Mercury 300hp V8

By: Tim van Duyl, Photography by: SUPPLIED

Presented by
  • Trade-A-Boat

Mercury recently invited us to sunny Queensland for a look at their latest release, the 4.6L V8 available in either 250 or 300hp in a range of subtly different options.

MAKO_Drone _-30

It took six years to get to the simple outcome before us, a 64 degree V8 of 4.6 litre capacity with double overhead camshafts and 24 valves. During the six years of development, department heads in Australia played a major role in the core requirements which mirror what we have seen in other successful launches like the 2.1L 75-115hp outboard and the impressive 135-150hp 3.0L engine.

The new V8 is an extension of the recently launched V6; it is effectively the V6 with two more cylinders. It carries over the cam-chain and low-maintenance solid lifters of the V6 meaning low service costs. At 4.6 litres it has a bigger swept capacity than the Yamaha V6 rated to 300hp and is lighter yet its narrow angle keeps it compact ideal for close twins and triples.

The use of a fly-by-wire throttle body and closed loop fuel control should help efficiency through constant adjustment based on load, revs and throttle position. The same sensors also allow the engines to have adaptive speed control where the engine raises revs to maintain speed in turns, the fantastic technology only seen in ski and wake boats before.

 Extreme Stills _24

THE RANGE

One thing I really like about the V8 is the way Merc has planned out the variants for you. The existing FourStroke is the entry model with a racey ProXS above it, a Verado that has extra goodies in it and two commercially oriented options in the SeaPro CMS and SeaPro AMS.

The FourStroke comes standard to suit hydraulic steering and cable controlled throttle, the excellent Digital Throttle & Shift (DTS) is an option. The 300hp V8 Verado comes with a bigger alternator (115amp up from 85) a switchable exhaust that raises the volume through a bypass valve above the water line, Integrated Electro-Hydraulic Power-Steering and DTS as standard. The ProXS takes the exhaust bypass as standard (which loses it some weight) but leaves the steering hydraulic and throttles cable, again upgrades are optional. The two SeaPro’s are targeted at commercial operators with the SeaPro AMS coming with the fantastic Advanced Midsection (AMS), bigger alternator and DTS as standard. The Conventional Midsection (CMS) SeaPro drops the fancy steering, DTS and bigger alternator, effectively mirroring the spec of the FourStroke but with a commercially rated warranty.

On the warranty, we reported in News a while back that Mercury was moving to a 3+3 year warranty on all 2018 and newer engines, this stands on the V8 and importantly it is non-declining meaning full coverage for the complete engine for six years should you maintain scheduled services.

Dorado Stills _40

At the press conference, Mercury touched on a number of key selling points based on research done both locally and overseas. The key take homes were that users wanted simplicity, reliability, fuel efficiency, excitement and low weight. Simplicity and reliability should come from the simplified powerhead touched on above and I’ll cover off the aural feel later but first the weight.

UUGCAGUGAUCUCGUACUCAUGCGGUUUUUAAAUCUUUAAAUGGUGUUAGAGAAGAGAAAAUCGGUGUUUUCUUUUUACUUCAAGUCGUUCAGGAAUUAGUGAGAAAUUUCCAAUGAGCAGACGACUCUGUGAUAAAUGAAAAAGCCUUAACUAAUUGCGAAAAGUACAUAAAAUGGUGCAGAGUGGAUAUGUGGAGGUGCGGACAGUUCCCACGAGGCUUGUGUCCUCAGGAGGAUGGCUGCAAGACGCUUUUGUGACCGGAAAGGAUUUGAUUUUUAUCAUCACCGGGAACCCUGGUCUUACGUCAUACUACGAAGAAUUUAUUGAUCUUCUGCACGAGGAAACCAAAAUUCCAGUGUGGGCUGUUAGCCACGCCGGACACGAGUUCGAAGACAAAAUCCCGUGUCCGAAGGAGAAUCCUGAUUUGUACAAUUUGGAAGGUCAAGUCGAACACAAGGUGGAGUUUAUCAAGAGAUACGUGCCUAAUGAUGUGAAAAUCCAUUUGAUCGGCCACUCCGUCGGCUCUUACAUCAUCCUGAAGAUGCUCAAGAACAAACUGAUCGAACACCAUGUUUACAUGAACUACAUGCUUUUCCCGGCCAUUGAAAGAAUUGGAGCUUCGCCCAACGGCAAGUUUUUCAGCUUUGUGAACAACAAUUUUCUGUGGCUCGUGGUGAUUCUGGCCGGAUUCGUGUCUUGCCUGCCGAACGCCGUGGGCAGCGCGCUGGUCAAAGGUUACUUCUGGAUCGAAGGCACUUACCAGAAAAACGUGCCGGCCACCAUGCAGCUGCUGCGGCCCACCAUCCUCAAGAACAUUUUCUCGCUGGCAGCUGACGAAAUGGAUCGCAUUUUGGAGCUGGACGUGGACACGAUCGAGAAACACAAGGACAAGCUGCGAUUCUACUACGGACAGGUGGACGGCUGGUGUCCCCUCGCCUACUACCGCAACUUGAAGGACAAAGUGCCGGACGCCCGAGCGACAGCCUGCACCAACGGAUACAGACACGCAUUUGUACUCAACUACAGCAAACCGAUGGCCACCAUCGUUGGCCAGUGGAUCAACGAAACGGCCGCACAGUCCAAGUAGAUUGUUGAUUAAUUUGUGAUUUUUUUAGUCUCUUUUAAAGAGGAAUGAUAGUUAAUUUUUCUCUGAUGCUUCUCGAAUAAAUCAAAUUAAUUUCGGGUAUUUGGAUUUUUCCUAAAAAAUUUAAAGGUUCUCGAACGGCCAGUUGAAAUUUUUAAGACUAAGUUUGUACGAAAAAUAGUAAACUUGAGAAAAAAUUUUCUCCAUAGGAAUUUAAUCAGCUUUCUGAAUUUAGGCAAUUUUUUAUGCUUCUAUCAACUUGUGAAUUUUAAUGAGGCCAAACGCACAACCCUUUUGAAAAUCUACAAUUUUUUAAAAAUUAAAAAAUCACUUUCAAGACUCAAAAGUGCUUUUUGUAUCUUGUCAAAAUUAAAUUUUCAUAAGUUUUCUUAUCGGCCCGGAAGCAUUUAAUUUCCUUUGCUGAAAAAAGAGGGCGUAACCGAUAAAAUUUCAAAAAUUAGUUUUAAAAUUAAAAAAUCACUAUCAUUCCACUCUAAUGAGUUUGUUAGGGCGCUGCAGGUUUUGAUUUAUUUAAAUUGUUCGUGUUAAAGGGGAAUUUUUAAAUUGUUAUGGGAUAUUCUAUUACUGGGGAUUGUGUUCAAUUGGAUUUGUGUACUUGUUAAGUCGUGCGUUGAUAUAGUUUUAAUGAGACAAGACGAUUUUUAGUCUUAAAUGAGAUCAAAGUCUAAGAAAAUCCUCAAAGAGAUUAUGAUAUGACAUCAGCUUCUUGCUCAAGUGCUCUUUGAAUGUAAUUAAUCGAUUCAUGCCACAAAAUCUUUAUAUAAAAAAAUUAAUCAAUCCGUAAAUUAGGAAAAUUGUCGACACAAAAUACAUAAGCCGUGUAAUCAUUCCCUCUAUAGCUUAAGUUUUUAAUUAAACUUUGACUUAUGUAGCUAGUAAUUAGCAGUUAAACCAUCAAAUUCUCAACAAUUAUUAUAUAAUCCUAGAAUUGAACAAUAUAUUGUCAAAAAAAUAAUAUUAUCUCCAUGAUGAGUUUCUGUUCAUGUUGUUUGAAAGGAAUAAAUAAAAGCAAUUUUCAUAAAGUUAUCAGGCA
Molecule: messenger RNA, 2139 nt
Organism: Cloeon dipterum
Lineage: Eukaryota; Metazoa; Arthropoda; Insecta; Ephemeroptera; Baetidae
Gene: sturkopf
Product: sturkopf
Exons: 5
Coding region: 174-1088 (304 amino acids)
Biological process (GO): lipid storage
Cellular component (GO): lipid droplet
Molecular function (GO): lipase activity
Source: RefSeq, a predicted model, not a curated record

ITS REALLY NOT THAT LIGHT

Weight savings are important but the saving of 4.5kg over ‘nearest competitor’ (that's the Yamaha by the way) is negligible. One less six-pack of beer, a summer of morning jogs or leaving a couple of rod and reel combos at home and you have that difference covered.

Head up the range and the story is really not all rosey. Take the Verado, with its integrated power steering at 272 kg (20in leg again) and it's actually heavier than the G2 ETEC which also has power steering built in. The only 300hp V8’s lighter than the rest are the ProXS and FourStroke and not by enough to have me excited.

On fuel efficiency, the company claim up to eight percent better than its main rival but till we test ourselves, we will not comment on it. On noise and feel, the US based designers and engineers have done an outstanding job. The bimodal exhaust on the Verado gives you the best of both worlds offering super quiet mode or eyebrow raising rumble while the ProXS keeps the rumble on at all times. The use of the AMS on the Verado is also a master stroke as it has made these new engines the smoothest in the market, by a long way.

Extreme Stills _20

OUR THOUGHTS

We got to sample the FourStroke, ProXS and Verado on a few boats in Queensland and were frankly blown away. Forget the insignificant weight savings, what matters is how smooth the Advanced Midsection (AMS) equipped Verado was and how raucous the ProXS was. eWe had two Verado’s hanging off the back of a new Southern 24 that were so smooth and quiet we could hold a conversation at 4300rpm without really raising our voice. The mantle of quietest engine, once held by Honda, is now Mercury’s. At WOT we saw a frankly insane 52 kts although it did take a lot of fine trimming to see it, comfortable was 49-50 kts. The ProXS saves a bit of weight through a different exhaust that gives it a distinctive noise at idle and bark at startup. Underway it was louder than the standard FourStroke but not intrusive.

Check out the full review in issue #504 of Trade-a-Boat magazine. Subscribe today for all the latest boat news, reviews and travel inspiration.

 

 

 

 

 


Want the latest stories delivered straight to your inbox? Sign up for the free TradeBoats e-newsletter.